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How gift and estate tax exemptions work in estate planning

One of the biggest drains on any estate is taxes. Estate planning can substantially reduce -- or even eliminate -- the taxes that would otherwise be owed on a person's estate upon death. Making use of federal gift and estate tax exemptions is an integral part of a successful estate plan for wealthy Washington, DC, residents.

For 2015, the federal government raised its estate tax exemption to $5.43 million. This means that any assets valued up to that amount can pass to heirs and beneficiaries free from estate tax. Married Washington, DC, residents often reap the most benefit from this exemption because, whatever amount one spouse's estate does not use may be added to the surviving spouse's amount.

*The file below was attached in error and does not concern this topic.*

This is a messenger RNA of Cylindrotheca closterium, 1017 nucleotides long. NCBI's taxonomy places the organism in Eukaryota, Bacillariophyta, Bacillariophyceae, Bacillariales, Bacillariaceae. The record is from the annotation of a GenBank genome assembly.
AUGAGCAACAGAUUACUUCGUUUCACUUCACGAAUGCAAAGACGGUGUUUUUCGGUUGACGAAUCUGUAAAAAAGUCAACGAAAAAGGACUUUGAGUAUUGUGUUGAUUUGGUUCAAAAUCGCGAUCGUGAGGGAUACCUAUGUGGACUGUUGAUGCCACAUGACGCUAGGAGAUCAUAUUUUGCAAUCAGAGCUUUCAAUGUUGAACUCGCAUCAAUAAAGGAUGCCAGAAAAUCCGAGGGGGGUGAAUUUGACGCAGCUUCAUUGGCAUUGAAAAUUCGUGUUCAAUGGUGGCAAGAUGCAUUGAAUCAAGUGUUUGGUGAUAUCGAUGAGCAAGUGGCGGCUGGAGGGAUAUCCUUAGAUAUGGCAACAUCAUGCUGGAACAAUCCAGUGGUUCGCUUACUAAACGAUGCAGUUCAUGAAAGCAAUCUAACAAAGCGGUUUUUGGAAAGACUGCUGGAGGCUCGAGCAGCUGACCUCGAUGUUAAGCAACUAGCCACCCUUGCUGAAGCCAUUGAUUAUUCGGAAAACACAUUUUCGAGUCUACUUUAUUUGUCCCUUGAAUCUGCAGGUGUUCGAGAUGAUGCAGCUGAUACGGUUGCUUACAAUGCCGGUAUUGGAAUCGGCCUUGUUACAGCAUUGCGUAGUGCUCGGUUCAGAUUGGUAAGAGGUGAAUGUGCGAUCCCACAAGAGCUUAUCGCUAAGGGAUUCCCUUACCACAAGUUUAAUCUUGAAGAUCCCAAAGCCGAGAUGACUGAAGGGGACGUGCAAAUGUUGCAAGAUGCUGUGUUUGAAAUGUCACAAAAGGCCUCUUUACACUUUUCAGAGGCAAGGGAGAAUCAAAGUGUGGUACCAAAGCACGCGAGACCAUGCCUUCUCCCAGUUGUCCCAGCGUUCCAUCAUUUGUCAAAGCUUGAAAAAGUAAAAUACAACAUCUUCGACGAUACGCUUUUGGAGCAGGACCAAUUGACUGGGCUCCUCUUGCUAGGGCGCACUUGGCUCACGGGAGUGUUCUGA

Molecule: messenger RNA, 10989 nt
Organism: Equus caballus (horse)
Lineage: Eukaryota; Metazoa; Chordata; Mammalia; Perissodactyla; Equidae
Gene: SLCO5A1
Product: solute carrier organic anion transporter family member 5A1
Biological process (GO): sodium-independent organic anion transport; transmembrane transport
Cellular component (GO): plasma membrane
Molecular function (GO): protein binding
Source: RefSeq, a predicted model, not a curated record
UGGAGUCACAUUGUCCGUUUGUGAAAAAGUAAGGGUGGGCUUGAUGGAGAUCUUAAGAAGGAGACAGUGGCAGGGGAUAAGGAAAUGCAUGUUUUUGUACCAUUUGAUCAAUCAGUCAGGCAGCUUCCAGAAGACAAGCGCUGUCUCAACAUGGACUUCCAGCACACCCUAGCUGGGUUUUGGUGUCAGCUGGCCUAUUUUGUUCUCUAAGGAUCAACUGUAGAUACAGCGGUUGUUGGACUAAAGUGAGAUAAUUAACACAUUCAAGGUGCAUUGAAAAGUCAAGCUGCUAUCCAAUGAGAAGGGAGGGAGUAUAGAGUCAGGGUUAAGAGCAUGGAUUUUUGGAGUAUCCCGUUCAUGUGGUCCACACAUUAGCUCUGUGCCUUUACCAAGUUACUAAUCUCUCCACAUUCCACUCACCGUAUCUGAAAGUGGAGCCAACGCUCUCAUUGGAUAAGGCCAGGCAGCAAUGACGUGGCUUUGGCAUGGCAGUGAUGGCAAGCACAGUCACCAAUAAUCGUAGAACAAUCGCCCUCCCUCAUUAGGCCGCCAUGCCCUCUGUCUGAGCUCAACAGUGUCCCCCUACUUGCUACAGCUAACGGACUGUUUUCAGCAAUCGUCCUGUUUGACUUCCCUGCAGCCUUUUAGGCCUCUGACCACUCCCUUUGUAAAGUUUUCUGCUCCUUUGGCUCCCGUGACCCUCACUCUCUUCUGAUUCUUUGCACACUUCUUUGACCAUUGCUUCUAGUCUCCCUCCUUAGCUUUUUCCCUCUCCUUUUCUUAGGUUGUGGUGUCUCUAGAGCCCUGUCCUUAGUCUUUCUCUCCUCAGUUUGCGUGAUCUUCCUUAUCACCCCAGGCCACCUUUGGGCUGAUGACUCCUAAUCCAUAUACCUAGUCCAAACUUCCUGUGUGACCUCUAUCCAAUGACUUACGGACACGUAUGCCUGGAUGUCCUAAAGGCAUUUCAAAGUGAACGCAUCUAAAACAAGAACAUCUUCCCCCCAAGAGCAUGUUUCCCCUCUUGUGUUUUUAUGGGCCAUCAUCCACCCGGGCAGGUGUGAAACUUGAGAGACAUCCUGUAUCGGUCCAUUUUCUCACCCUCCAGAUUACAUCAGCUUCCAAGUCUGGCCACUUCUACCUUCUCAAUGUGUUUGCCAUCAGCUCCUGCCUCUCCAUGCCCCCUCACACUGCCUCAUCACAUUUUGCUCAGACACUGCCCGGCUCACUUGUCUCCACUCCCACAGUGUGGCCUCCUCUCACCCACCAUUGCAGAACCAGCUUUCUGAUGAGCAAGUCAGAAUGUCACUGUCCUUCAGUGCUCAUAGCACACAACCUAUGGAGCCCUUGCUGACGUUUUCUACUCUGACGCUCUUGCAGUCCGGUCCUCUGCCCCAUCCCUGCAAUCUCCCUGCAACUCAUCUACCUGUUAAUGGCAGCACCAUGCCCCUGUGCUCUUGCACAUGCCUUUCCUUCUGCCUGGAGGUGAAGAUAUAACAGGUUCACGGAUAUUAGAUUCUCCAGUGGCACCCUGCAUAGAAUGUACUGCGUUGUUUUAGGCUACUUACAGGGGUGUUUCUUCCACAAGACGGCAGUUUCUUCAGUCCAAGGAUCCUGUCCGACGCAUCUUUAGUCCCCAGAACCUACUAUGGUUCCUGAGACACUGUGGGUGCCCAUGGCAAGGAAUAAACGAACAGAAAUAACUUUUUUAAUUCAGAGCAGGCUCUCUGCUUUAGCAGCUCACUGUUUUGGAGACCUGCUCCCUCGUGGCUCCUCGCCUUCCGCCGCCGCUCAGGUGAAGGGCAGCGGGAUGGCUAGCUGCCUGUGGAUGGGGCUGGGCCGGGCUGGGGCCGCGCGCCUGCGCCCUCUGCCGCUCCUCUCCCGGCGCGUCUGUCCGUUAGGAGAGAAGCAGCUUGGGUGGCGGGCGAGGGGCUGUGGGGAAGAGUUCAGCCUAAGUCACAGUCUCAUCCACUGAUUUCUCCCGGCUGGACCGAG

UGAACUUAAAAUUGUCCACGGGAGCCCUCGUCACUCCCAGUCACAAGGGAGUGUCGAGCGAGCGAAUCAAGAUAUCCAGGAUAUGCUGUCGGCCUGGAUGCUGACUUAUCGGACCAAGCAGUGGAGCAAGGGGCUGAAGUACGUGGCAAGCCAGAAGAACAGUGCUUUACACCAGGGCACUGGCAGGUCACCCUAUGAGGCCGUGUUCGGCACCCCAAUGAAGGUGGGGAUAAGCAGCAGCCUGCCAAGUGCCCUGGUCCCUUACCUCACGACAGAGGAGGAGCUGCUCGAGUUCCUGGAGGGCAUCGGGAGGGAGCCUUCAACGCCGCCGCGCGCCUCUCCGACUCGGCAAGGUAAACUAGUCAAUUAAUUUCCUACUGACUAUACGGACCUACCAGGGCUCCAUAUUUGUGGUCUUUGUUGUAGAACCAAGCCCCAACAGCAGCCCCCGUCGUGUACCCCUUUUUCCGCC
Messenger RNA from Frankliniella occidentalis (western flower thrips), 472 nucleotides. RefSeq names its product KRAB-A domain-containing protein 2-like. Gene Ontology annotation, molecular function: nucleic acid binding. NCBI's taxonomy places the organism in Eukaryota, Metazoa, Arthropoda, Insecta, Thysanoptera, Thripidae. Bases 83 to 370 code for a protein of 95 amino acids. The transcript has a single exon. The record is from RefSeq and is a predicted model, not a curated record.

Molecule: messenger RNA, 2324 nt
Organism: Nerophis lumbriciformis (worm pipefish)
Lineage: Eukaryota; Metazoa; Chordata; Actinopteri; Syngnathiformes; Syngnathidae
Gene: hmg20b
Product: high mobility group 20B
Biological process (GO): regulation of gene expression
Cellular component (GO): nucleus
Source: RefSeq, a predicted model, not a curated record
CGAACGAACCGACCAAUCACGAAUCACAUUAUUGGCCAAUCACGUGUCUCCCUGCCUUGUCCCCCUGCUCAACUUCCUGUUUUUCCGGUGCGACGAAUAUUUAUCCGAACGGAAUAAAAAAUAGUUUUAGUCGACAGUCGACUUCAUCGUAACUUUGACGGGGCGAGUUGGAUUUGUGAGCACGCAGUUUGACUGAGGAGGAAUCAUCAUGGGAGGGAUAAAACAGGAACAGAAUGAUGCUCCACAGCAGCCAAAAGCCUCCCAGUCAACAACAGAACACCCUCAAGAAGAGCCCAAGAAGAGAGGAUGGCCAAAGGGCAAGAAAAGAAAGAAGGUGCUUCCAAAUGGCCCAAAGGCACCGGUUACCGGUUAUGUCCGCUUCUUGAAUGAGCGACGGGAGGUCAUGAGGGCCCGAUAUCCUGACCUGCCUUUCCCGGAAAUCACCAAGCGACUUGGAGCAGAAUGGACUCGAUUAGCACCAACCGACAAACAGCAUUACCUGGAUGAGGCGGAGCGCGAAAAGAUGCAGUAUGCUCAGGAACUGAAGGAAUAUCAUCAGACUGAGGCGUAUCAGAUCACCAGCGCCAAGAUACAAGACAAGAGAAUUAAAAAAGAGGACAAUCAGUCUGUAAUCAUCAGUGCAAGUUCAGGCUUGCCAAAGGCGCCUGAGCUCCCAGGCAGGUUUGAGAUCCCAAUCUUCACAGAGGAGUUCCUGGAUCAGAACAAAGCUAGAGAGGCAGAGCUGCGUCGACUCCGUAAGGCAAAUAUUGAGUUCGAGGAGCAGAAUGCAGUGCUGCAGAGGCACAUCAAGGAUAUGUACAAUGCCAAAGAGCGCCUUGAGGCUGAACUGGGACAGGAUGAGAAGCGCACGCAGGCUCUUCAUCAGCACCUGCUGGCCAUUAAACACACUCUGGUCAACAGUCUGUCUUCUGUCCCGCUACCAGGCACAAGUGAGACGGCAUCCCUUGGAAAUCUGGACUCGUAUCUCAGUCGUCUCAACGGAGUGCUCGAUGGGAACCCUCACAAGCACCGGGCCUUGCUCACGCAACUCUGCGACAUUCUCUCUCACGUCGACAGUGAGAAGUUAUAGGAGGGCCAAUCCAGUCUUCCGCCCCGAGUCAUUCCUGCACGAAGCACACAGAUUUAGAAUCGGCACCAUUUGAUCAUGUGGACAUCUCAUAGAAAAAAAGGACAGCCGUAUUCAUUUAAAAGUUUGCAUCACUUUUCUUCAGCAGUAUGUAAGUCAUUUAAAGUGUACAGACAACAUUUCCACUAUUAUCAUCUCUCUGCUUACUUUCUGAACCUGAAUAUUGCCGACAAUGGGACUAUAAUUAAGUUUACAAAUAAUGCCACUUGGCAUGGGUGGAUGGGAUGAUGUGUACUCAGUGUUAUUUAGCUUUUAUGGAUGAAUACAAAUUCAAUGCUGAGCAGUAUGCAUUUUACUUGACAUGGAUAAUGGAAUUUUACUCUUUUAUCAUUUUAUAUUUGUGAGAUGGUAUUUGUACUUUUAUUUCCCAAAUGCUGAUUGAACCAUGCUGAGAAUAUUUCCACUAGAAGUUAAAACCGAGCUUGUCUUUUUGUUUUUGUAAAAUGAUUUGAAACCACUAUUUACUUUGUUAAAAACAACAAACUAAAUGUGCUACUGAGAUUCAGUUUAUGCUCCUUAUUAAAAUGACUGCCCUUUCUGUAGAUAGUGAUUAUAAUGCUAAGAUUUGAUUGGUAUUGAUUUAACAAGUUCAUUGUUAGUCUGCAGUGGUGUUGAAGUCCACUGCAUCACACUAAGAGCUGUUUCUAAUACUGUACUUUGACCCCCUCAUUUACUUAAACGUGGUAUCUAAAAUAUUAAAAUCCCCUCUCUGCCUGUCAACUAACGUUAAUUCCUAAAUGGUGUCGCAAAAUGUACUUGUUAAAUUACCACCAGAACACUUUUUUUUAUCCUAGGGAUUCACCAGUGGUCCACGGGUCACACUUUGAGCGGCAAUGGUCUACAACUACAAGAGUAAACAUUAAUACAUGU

This amount also affects the amount of gifts an individual can make during his or her lifetime. He or she can make as many gifts as desired up to that amount tax free. In order to make the most of this, keeping annual gifts at no more than $14,000 per person is essential. This is because so long as gifts remain no higher than that amount, it does not reduce the amount of the exemption, but it does reduce the amount of a person's taxable estate.

How a person's estate plan is documented plays a large role in reducing taxes, but using exemptions is also critical. Estate planning can go a long way to ensuring that an individual's family receives the maximum benefit possible from his or her estate. The plan's creator can rest easy knowing that his or her beneficiaries and heirs will be taken care of even after he or she has passed away.

Source: marketwatch.com, "3 important things to know about estate planning", Bill Bischoff, Feb. 11, 2015

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